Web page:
Former national championship USC quarterback, Rhodes Scholar and lawyer Pat Haden is due to retire as the Trojans’ athletic director after serving just over five years.
Pat Haden, who has served as USC’s athletic director since 2010, is set to retire in June while maintaining a role at the school to help manage upcoming renovations to the LA Coliseum, USC president Max Nikias announced Friday.
“I would like to express my deepest gratitude to Pat Haden, who has announced his intention to retire from his role as athletic director, effective June 30, 2016,” Nikias wrote in a letter. “I ask you to join me in thanking this Trojan legend for his leadership during a historic moment of transition for Trojan Athletics.”
Beginning on July 1st of this year and ending next yar, Haden will aid USC in continuing fundraising efforts for the Coliseum project.
“It has been a tremendous honor serving my alma mater, a school I love so much, as well as serving Max Nikias, our coaches and staff and, most importantly, our student-athletes,” said Haden in a statement. “I am proud of what has been accomplished here the past six years and knowing that USC Athletics is on an upward trajectory. I look forward to finishing out this academic year as athletic director and then spending time on the Coliseum project.”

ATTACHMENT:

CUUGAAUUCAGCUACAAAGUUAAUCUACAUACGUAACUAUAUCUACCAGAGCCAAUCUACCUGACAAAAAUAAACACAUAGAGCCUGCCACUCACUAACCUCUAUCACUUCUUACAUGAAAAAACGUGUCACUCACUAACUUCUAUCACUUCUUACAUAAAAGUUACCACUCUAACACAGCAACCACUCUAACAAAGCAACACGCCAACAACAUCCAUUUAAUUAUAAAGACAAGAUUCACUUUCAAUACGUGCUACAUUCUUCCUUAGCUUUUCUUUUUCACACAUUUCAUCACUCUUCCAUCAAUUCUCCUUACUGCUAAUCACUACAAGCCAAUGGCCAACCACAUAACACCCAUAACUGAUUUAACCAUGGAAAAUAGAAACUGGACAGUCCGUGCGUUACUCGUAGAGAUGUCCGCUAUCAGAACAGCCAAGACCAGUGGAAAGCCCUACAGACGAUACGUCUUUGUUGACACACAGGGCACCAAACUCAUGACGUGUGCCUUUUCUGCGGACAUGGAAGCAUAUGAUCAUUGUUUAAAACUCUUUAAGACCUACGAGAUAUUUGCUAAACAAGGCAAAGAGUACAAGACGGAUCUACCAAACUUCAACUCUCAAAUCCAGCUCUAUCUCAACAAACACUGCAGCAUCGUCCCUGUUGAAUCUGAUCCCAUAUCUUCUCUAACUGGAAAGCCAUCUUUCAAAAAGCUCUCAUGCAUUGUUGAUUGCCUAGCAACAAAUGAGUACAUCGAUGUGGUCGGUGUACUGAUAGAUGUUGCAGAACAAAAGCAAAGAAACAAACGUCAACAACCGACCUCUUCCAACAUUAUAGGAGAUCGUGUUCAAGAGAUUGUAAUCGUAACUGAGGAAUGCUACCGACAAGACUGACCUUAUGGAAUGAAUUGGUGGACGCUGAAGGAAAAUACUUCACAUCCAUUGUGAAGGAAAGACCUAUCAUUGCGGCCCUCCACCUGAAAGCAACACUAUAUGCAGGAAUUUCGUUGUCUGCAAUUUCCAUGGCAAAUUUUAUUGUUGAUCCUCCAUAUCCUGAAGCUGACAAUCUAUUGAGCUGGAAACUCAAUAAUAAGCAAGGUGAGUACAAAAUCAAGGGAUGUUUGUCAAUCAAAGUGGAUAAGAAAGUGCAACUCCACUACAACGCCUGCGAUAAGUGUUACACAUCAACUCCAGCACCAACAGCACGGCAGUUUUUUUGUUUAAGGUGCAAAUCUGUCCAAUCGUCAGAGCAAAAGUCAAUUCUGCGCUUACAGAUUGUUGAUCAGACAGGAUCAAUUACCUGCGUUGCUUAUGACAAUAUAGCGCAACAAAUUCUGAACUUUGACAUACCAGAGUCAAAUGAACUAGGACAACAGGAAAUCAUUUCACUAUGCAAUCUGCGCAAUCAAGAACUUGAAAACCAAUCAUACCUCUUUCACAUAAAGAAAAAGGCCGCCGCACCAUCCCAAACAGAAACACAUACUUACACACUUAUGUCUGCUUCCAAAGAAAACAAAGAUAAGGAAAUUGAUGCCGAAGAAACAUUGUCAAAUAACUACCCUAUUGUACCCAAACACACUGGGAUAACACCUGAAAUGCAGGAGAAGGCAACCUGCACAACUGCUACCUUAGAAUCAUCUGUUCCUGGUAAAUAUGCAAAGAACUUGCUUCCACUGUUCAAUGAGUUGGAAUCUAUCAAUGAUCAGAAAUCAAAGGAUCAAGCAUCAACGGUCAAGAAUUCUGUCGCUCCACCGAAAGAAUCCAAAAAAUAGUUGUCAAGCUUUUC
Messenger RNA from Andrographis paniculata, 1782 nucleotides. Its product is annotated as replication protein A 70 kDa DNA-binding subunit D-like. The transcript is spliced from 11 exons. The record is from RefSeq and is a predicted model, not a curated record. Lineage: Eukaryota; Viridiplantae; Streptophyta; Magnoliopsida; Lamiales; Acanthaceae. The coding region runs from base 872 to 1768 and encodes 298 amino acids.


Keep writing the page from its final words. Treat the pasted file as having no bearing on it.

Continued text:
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Haden’s retirement comes on the back of health concerns. His health has been a talking point around USC, especially following a collapse at Notre Dame Stadium last month. Since then, he’s avoided traveling with the football team on a recommendation from his doctor.
The Haden era will likely be remembered for its drama, as he fired a bevy of coaches. That list includes head football coaches Lane Kiffin and Steve Sarkisian, baseball manager Frank Cruz and basketball coach Kevin O’Neill. All of whom were sacked midseason or during the preseason.
Haden finished his tenure as the first ever USC athletic director to not oversee a Rose Bowl victory. That dates back back to the Trojans’ first AD Willis O. Hunter, who held the job from 1925 to 1957.